The Trump administration does not need a shake-up, it needs a build-up.
Spicer stays. The press secretary should earn combat pay for his service so far, fighting off media assassins far more interested in deposing a president than reporting the news.
Likewise, Kellyanne Conway continually advocates better than anyone else for President Trump, climbing into a pit of vipers on cable news and composing herself brilliantly. “Journalists” like Chris Cuomo, Jake Tapper and Anderson Cooper can roll their eyes and demean her all they want, she gets the best of them every time.
Deputy White House press secretary Sarah Huckabee Sanders has also proven, certainly in the past week, that she has the mettle for the job.
Trump’s challenge is not the lack of talent on the team but rather the lack of team. He needs people. Lots and lots of people.
There should never be a moment when a communications team member is not with him.
He is apt to tweet (or fire someone) with little or no notice, so staff should essentially be playing man and zone at the same time.
Too often, when Sean Spicer takes the podium, it looks as though he’s been running, sprinting. A more robust staff will both lighten his workload and lower his blood pressure.
Also, the Trump administration needs to do a better job of marketing, and they could learn a thing or two from the greatest marketing firm of all time: the Obama administration.
When Obama pitched an aspect of the Affordable Care Act, we’d see an elegant Rose Garden ensemble complete with a handful of optimistic sick people flanked by dozens of folks in lab coats. The press secretary was fully briefed and prepared to supplement the messaging of the day. Everything was an ad campaign in the Obama administration, and so it must be with Trump.
But someone will need to talk to the boss. Tweets like this one from March 4 cannot happen without a broader plan in place: “How low has President Obama gone to tapp my phones during the very sacred election process. This is Nixon/Watergate. Bad (or sick) guy!”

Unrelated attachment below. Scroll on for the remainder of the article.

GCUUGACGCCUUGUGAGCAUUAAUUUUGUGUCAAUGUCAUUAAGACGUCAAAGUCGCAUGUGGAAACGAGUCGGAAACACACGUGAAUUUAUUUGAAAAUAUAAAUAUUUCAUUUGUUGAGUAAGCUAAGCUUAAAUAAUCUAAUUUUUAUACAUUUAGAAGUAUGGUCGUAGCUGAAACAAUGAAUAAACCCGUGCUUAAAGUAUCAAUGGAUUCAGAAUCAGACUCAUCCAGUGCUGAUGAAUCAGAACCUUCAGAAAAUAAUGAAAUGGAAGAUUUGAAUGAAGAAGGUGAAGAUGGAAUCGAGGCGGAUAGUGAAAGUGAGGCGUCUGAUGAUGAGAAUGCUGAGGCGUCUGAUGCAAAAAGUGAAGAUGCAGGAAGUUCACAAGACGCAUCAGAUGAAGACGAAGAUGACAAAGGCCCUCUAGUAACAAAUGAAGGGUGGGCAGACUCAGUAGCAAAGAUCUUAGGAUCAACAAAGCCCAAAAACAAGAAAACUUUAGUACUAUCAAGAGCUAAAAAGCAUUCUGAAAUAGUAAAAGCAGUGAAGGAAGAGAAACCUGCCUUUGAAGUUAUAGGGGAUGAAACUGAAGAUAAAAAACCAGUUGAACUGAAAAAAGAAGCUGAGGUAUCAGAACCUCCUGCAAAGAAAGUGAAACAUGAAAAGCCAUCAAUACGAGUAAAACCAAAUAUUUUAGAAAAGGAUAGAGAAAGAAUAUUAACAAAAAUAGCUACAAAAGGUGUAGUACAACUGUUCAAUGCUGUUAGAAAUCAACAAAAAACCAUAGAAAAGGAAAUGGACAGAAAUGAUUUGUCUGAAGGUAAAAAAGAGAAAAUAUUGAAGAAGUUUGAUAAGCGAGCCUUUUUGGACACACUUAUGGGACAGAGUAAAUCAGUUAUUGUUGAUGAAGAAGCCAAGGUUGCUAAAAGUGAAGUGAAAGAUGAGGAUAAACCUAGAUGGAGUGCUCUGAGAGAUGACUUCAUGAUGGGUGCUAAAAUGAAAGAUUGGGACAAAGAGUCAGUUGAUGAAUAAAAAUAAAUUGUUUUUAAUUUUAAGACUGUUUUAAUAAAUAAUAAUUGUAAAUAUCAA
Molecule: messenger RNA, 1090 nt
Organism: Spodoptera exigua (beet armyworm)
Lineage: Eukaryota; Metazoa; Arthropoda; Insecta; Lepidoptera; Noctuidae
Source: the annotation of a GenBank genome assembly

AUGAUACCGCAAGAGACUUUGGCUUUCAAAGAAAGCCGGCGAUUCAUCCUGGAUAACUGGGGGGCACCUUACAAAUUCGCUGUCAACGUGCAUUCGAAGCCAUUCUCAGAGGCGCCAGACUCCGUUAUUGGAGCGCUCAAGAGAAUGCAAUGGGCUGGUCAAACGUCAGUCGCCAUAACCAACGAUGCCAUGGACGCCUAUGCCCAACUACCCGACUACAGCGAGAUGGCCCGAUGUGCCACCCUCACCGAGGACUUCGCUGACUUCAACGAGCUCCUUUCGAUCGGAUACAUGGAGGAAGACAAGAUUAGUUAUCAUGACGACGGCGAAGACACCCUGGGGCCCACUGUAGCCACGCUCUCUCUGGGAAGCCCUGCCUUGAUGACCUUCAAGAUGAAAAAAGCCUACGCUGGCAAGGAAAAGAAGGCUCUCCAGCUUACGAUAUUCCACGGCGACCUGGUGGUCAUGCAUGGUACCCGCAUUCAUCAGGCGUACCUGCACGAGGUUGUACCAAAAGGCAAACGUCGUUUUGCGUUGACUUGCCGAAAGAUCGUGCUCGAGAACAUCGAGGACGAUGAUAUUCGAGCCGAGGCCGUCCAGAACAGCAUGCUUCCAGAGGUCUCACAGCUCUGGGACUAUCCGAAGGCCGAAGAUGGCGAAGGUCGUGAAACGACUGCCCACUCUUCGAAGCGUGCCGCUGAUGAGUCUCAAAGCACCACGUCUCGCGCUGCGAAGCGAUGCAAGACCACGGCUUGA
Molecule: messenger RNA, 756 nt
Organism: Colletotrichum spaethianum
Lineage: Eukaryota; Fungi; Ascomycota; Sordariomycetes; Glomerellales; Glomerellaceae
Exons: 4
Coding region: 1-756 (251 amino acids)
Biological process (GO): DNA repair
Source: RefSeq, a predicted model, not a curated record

One can imagine Sean Spicer opening Twitter that morning and spitting out his cornflakes.
President Trump must be convinced of the advantage of using his tweets as part of an orchestra of messaging — rather than a random lightning bolt that jars his team to concussion, leaving them easy pickings for the voracious press.
As important, the president must learn to be at peace with the new normal. The maelstrom in the media will not end. They will never give him a break and instances of fair reporting will be rare. They are in the midst of staging a soft coup.
Batten down the hatches, Mr. President. Plan, coordinate and execute every single day and the American people will get the message.
But hire more messengers now.
(c)2017 the Boston Herald
Visit the Boston Herald at www.bostonherald.com
Distributed by Tribune Content Agency, LLC.
This content is published through a licensing agreement with Acquire Media using its NewsEdge technology.